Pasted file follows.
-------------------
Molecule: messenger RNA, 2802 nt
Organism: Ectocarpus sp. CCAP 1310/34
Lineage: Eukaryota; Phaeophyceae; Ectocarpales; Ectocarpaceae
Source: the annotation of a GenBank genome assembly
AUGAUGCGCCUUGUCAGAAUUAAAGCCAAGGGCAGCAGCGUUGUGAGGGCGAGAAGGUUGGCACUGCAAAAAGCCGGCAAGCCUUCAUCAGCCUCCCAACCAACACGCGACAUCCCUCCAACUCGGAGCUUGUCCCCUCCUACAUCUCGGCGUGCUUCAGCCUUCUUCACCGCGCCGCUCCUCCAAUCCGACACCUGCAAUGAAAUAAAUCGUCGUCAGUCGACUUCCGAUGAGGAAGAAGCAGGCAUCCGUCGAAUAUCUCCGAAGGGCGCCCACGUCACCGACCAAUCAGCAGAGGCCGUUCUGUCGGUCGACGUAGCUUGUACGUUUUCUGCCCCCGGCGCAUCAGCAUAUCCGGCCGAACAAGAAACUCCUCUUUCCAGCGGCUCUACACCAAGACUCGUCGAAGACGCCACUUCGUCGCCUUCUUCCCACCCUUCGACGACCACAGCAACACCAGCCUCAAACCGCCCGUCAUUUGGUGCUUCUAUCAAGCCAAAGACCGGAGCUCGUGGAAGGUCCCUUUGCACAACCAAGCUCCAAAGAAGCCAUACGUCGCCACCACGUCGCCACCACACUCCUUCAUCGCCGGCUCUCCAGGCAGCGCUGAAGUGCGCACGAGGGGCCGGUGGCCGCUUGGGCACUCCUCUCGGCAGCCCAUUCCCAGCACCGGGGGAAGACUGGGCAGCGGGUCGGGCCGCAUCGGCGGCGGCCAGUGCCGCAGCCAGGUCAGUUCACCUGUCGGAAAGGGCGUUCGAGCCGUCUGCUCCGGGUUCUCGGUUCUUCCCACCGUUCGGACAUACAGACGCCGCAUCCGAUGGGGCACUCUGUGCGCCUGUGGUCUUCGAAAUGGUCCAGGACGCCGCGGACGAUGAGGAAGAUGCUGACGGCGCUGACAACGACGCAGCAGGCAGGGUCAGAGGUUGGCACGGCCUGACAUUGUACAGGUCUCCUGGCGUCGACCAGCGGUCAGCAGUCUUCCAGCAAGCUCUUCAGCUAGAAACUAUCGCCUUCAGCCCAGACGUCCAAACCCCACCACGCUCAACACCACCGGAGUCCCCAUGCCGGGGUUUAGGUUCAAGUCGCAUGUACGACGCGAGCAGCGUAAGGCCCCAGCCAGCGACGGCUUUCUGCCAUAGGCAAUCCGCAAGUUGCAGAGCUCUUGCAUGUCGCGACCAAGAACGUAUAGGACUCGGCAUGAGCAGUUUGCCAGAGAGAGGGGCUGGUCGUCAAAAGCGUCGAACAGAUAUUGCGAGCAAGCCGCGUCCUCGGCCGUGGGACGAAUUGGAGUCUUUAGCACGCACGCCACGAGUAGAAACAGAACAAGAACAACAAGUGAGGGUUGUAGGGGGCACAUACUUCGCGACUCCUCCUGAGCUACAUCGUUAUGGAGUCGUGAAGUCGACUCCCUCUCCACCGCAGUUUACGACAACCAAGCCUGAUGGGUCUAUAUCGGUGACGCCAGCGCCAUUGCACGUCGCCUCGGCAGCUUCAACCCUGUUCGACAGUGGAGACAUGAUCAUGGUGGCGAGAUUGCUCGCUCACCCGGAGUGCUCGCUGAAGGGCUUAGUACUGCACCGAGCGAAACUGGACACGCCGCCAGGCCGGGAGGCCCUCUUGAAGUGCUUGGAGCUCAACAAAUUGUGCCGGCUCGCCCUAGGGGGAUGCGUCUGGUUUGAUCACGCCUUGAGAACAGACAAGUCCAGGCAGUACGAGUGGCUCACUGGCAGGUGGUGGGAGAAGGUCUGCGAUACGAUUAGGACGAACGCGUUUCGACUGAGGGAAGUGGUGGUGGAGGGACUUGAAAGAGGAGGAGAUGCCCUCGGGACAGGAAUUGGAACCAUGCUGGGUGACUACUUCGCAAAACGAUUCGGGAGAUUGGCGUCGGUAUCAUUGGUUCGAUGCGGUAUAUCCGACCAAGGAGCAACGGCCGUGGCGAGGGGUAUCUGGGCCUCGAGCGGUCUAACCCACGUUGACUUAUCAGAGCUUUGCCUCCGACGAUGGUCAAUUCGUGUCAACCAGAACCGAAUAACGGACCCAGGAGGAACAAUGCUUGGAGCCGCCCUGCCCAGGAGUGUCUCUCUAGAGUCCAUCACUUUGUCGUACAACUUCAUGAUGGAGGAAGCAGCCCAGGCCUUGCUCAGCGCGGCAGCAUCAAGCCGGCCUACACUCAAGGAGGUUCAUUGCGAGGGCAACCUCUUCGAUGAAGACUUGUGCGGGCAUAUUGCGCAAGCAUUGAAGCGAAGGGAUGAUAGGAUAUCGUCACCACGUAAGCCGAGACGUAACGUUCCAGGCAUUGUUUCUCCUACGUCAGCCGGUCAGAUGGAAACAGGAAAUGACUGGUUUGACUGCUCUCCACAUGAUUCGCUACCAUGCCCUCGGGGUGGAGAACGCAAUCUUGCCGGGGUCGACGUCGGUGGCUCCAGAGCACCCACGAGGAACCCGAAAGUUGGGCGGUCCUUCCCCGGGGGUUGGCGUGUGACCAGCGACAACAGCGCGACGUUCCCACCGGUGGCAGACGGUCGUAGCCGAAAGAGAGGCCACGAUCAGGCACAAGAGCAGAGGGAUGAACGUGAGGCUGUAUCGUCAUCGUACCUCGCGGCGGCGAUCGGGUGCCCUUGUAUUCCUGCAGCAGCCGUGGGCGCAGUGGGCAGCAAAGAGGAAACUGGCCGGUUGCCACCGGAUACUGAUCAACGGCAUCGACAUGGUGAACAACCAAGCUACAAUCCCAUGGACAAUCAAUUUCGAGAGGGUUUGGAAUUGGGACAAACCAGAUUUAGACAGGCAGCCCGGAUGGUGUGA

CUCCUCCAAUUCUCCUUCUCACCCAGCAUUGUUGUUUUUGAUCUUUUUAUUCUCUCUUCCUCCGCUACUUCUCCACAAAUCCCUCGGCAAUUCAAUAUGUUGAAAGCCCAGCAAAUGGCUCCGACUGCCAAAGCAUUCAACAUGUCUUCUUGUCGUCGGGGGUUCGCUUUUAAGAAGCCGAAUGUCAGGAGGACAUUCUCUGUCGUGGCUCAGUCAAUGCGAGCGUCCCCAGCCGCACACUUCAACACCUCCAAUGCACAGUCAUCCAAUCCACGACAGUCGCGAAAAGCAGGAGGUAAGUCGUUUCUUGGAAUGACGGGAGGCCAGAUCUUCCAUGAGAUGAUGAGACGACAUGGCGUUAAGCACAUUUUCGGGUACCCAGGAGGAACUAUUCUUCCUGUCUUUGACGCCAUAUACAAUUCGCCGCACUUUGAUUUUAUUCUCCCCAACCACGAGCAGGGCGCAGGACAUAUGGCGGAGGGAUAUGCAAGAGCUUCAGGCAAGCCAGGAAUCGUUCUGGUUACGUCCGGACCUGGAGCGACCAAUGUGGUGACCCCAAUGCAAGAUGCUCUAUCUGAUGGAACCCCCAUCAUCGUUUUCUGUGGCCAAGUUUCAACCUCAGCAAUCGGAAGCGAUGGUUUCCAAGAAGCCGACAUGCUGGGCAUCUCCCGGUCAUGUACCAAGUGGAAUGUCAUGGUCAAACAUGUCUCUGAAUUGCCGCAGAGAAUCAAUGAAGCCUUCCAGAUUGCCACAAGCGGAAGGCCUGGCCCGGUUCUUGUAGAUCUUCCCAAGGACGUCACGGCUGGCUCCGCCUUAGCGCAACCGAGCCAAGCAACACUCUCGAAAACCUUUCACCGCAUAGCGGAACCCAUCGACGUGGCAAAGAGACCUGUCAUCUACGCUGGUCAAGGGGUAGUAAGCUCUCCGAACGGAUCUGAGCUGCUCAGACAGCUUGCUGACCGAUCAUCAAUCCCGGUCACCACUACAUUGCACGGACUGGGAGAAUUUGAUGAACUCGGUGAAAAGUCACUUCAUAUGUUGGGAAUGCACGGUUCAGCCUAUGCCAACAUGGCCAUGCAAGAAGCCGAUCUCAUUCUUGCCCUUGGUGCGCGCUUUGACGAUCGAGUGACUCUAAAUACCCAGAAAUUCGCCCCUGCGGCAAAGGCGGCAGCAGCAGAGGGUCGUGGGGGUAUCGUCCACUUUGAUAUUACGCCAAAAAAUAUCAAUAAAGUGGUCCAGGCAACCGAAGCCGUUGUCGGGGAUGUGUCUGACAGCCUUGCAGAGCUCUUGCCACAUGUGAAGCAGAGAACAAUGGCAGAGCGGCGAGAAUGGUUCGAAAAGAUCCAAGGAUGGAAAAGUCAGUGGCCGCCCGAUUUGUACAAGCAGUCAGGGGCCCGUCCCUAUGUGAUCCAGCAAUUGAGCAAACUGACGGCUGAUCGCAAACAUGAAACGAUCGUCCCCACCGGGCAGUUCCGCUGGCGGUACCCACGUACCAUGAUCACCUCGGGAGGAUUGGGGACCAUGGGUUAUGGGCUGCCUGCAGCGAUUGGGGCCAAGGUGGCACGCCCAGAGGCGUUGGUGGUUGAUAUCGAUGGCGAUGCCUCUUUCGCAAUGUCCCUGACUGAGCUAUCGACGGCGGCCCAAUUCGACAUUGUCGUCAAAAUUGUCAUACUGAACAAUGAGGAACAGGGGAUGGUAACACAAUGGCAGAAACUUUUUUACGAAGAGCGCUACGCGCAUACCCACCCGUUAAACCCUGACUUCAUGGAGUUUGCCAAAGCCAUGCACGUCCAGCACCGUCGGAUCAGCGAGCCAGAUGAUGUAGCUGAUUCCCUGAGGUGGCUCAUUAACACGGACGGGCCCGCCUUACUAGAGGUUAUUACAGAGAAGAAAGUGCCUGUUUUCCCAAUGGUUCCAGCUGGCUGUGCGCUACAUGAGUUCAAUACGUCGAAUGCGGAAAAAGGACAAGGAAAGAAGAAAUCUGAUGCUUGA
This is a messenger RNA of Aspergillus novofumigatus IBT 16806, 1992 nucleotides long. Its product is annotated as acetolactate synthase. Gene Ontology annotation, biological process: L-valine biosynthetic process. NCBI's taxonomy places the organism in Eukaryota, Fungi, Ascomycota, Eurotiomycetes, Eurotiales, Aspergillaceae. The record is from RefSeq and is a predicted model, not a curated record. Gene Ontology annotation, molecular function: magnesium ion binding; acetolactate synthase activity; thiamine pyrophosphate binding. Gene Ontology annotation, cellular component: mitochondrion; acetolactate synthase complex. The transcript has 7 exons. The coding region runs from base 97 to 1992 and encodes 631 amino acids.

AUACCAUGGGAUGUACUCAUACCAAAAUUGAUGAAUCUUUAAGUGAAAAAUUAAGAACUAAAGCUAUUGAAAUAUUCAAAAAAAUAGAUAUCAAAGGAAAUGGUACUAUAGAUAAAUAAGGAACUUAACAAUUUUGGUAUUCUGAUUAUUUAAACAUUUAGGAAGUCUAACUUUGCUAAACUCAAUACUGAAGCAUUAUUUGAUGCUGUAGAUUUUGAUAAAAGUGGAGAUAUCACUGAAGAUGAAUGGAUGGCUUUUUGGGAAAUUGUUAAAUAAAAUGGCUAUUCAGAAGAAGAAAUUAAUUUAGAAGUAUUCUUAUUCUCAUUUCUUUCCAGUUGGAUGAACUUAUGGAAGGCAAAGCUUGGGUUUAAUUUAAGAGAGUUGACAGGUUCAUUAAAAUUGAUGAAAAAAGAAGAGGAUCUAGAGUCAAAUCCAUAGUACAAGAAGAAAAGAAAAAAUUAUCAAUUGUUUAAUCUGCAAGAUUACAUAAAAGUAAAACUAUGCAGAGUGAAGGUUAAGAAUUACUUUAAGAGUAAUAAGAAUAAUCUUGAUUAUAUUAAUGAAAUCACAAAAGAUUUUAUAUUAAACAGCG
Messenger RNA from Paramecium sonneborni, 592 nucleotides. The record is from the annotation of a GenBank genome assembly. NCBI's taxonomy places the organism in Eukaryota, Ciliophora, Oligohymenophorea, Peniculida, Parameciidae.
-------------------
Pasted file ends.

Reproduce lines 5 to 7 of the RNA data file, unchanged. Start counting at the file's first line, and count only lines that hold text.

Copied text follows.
AUGAUGCGCCUUGUCAGAAUUAAAGCCAAGGGCAGCAGCGUUGUGAGGGCGAGAAGGUUGGCACUGCAAAAAGCCGGCAAGCCUUCAUCAGCCUCCCAACCAACACGCGACAUCCCUCCAACUCGGAGCUUGUCCCCUCCUACAUCUCGGCGUGCUUCAGCCUUCUUCACCGCGCCGCUCCUCCAAUCCGACACCUGCAAUGAAAUAAAUCGUCGUCAGUCGACUUCCGAUGAGGAAGAAGCAGGCAUCCGUCGAAUAUCUCCGAAGGGCGCCCACGUCACCGACCAAUCAGCAGAGGCCGUUCUGUCGGUCGACGUAGCUUGUACGUUUUCUGCCCCCGGCGCAUCAGCAUAUCCGGCCGAACAAGAAACUCCUCUUUCCAGCGGCUCUACACCAAGACUCGUCGAAGACGCCACUUCGUCGCCUUCUUCCCACCCUUCGACGACCACAGCAACACCAGCCUCAAACCGCCCGUCAUUUGGUGCUUCUAUCAAGCCAAAGACCGGAGCUCGUGGAAGGUCCCUUUGCACAACCAAGCUCCAAAGAAGCCAUACGUCGCCACCACGUCGCCACCACACUCCUUCAUCGCCGGCUCUCCAGGCAGCGCUGAAGUGCGCACGAGGGGCCGGUGGCCGCUUGGGCACUCCUCUCGGCAGCCCAUUCCCAGCACCGGGGGAAGACUGGGCAGCGGGUCGGGCCGCAUCGGCGGCGGCCAGUGCCGCAGCCAGGUCAGUUCACCUGUCGGAAAGGGCGUUCGAGCCGUCUGCUCCGGGUUCUCGGUUCUUCCCACCGUUCGGACAUACAGACGCCGCAUCCGAUGGGGCACUCUGUGCGCCUGUGGUCUUCGAAAUGGUCCAGGACGCCGCGGACGAUGAGGAAGAUGCUGACGGCGCUGACAACGACGCAGCAGGCAGGGUCAGAGGUUGGCACGGCCUGACAUUGUACAGGUCUCCUGGCGUCGACCAGCGGUCAGCAGUCUUCCAGCAAGCUCUUCAGCUAGAAACUAUCGCCUUCAGCCCAGACGUCCAAACCCCACCACGCUCAACACCACCGGAGUCCCCAUGCCGGGGUUUAGGUUCAAGUCGCAUGUACGACGCGAGCAGCGUAAGGCCCCAGCCAGCGACGGCUUUCUGCCAUAGGCAAUCCGCAAGUUGCAGAGCUCUUGCAUGUCGCGACCAAGAACGUAUAGGACUCGGCAUGAGCAGUUUGCCAGAGAGAGGGGCUGGUCGUCAAAAGCGUCGAACAGAUAUUGCGAGCAAGCCGCGUCCUCGGCCGUGGGACGAAUUGGAGUCUUUAGCACGCACGCCACGAGUAGAAACAGAACAAGAACAACAAGUGAGGGUUGUAGGGGGCACAUACUUCGCGACUCCUCCUGAGCUACAUCGUUAUGGAGUCGUGAAGUCGACUCCCUCUCCACCGCAGUUUACGACAACCAAGCCUGAUGGGUCUAUAUCGGUGACGCCAGCGCCAUUGCACGUCGCCUCGGCAGCUUCAACCCUGUUCGACAGUGGAGACAUGAUCAUGGUGGCGAGAUUGCUCGCUCACCCGGAGUGCUCGCUGAAGGGCUUAGUACUGCACCGAGCGAAACUGGACACGCCGCCAGGCCGGGAGGCCCUCUUGAAGUGCUUGGAGCUCAACAAAUUGUGCCGGCUCGCCCUAGGGGGAUGCGUCUGGUUUGAUCACGCCUUGAGAACAGACAAGUCCAGGCAGUACGAGUGGCUCACUGGCAGGUGGUGGGAGAAGGUCUGCGAUACGAUUAGGACGAACGCGUUUCGACUGAGGGAAGUGGUGGUGGAGGGACUUGAAAGAGGAGGAGAUGCCCUCGGGACAGGAAUUGGAACCAUGCUGGGUGACUACUUCGCAAAACGAUUCGGGAGAUUGGCGUCGGUAUCAUUGGUUCGAUGCGGUAUAUCCGACCAAGGAGCAACGGCCGUGGCGAGGGGUAUCUGGGCCUCGAGCGGUCUAACCCACGUUGACUUAUCAGAGCUUUGCCUCCGACGAUGGUCAAUUCGUGUCAACCAGAACCGAAUAACGGACCCAGGAGGAACAAUGCUUGGAGCCGCCCUGCCCAGGAGUGUCUCUCUAGAGUCCAUCACUUUGUCGUACAACUUCAUGAUGGAGGAAGCAGCCCAGGCCUUGCUCAGCGCGGCAGCAUCAAGCCGGCCUACACUCAAGGAGGUUCAUUGCGAGGGCAACCUCUUCGAUGAAGACUUGUGCGGGCAUAUUGCGCAAGCAUUGAAGCGAAGGGAUGAUAGGAUAUCGUCACCACGUAAGCCGAGACGUAACGUUCCAGGCAUUGUUUCUCCUACGUCAGCCGGUCAGAUGGAAACAGGAAAUGACUGGUUUGACUGCUCUCCACAUGAUUCGCUACCAUGCCCUCGGGGUGGAGAACGCAAUCUUGCCGGGGUCGACGUCGGUGGCUCCAGAGCACCCACGAGGAACCCGAAAGUUGGGCGGUCCUUCCCCGGGGGUUGGCGUGUGACCAGCGACAACAGCGCGACGUUCCCACCGGUGGCAGACGGUCGUAGCCGAAAGAGAGGCCACGAUCAGGCACAAGAGCAGAGGGAUGAACGUGAGGCUGUAUCGUCAUCGUACCUCGCGGCGGCGAUCGGGUGCCCUUGUAUUCCUGCAGCAGCCGUGGGCGCAGUGGGCAGCAAAGAGGAAACUGGCCGGUUGCCACCGGAUACUGAUCAACGGCAUCGACAUGGUGAACAACCAAGCUACAAUCCCAUGGACAAUCAAUUUCGAGAGGGUUUGGAAUUGGGACAAACCAGAUUUAGACAGGCAGCCCGGAUGGUGUGA

CUCCUCCAAUUCUCCUUCUCACCCAGCAUUGUUGUUUUUGAUCUUUUUAUUCUCUCUUCCUCCGCUACUUCUCCACAAAUCCCUCGGCAAUUCAAUAUGUUGAAAGCCCAGCAAAUGGCUCCGACUGCCAAAGCAUUCAACAUGUCUUCUUGUCGUCGGGGGUUCGCUUUUAAGAAGCCGAAUGUCAGGAGGACAUUCUCUGUCGUGGCUCAGUCAAUGCGAGCGUCCCCAGCCGCACACUUCAACACCUCCAAUGCACAGUCAUCCAAUCCACGACAGUCGCGAAAAGCAGGAGGUAAGUCGUUUCUUGGAAUGACGGGAGGCCAGAUCUUCCAUGAGAUGAUGAGACGACAUGGCGUUAAGCACAUUUUCGGGUACCCAGGAGGAACUAUUCUUCCUGUCUUUGACGCCAUAUACAAUUCGCCGCACUUUGAUUUUAUUCUCCCCAACCACGAGCAGGGCGCAGGACAUAUGGCGGAGGGAUAUGCAAGAGCUUCAGGCAAGCCAGGAAUCGUUCUGGUUACGUCCGGACCUGGAGCGACCAAUGUGGUGACCCCAAUGCAAGAUGCUCUAUCUGAUGGAACCCCCAUCAUCGUUUUCUGUGGCCAAGUUUCAACCUCAGCAAUCGGAAGCGAUGGUUUCCAAGAAGCCGACAUGCUGGGCAUCUCCCGGUCAUGUACCAAGUGGAAUGUCAUGGUCAAACAUGUCUCUGAAUUGCCGCAGAGAAUCAAUGAAGCCUUCCAGAUUGCCACAAGCGGAAGGCCUGGCCCGGUUCUUGUAGAUCUUCCCAAGGACGUCACGGCUGGCUCCGCCUUAGCGCAACCGAGCCAAGCAACACUCUCGAAAACCUUUCACCGCAUAGCGGAACCCAUCGACGUGGCAAAGAGACCUGUCAUCUACGCUGGUCAAGGGGUAGUAAGCUCUCCGAACGGAUCUGAGCUGCUCAGACAGCUUGCUGACCGAUCAUCAAUCCCGGUCACCACUACAUUGCACGGACUGGGAGAAUUUGAUGAACUCGGUGAAAAGUCACUUCAUAUGUUGGGAAUGCACGGUUCAGCCUAUGCCAACAUGGCCAUGCAAGAAGCCGAUCUCAUUCUUGCCCUUGGUGCGCGCUUUGACGAUCGAGUGACUCUAAAUACCCAGAAAUUCGCCCCUGCGGCAAAGGCGGCAGCAGCAGAGGGUCGUGGGGGUAUCGUCCACUUUGAUAUUACGCCAAAAAAUAUCAAUAAAGUGGUCCAGGCAACCGAAGCCGUUGUCGGGGAUGUGUCUGACAGCCUUGCAGAGCUCUUGCCACAUGUGAAGCAGAGAACAAUGGCAGAGCGGCGAGAAUGGUUCGAAAAGAUCCAAGGAUGGAAAAGUCAGUGGCCGCCCGAUUUGUACAAGCAGUCAGGGGCCCGUCCCUAUGUGAUCCAGCAAUUGAGCAAACUGACGGCUGAUCGCAAACAUGAAACGAUCGUCCCCACCGGGCAGUUCCGCUGGCGGUACCCACGUACCAUGAUCACCUCGGGAGGAUUGGGGACCAUGGGUUAUGGGCUGCCUGCAGCGAUUGGGGCCAAGGUGGCACGCCCAGAGGCGUUGGUGGUUGAUAUCGAUGGCGAUGCCUCUUUCGCAAUGUCCCUGACUGAGCUAUCGACGGCGGCCCAAUUCGACAUUGUCGUCAAAAUUGUCAUACUGAACAAUGAGGAACAGGGGAUGGUAACACAAUGGCAGAAACUUUUUUACGAAGAGCGCUACGCGCAUACCCACCCGUUAAACCCUGACUUCAUGGAGUUUGCCAAAGCCAUGCACGUCCAGCACCGUCGGAUCAGCGAGCCAGAUGAUGUAGCUGAUUCCCUGAGGUGGCUCAUUAACACGGACGGGCCCGCCUUACUAGAGGUUAUUACAGAGAAGAAAGUGCCUGUUUUCCCAAUGGUUCCAGCUGGCUGUGCGCUACAUGAGUUCAAUACGUCGAAUGCGGAAAAAGGACAAGGAAAGAAGAAAUCUGAUGCUUGA
This is a messenger RNA of Aspergillus novofumigatus IBT 16806, 1992 nucleotides long. Its product is annotated as acetolactate synthase. Gene Ontology annotation, biological process: L-valine biosynthetic process. NCBI's taxonomy places the organism in Eukaryota, Fungi, Ascomycota, Eurotiomycetes, Eurotiales, Aspergillaceae. The record is from RefSeq and is a predicted model, not a curated record. Gene Ontology annotation, molecular function: magnesium ion binding; acetolactate synthase activity; thiamine pyrophosphate binding. Gene Ontology annotation, cellular component: mitochondrion; acetolactate synthase complex. The transcript has 7 exons. The coding region runs from base 97 to 1992 and encodes 631 amino acids.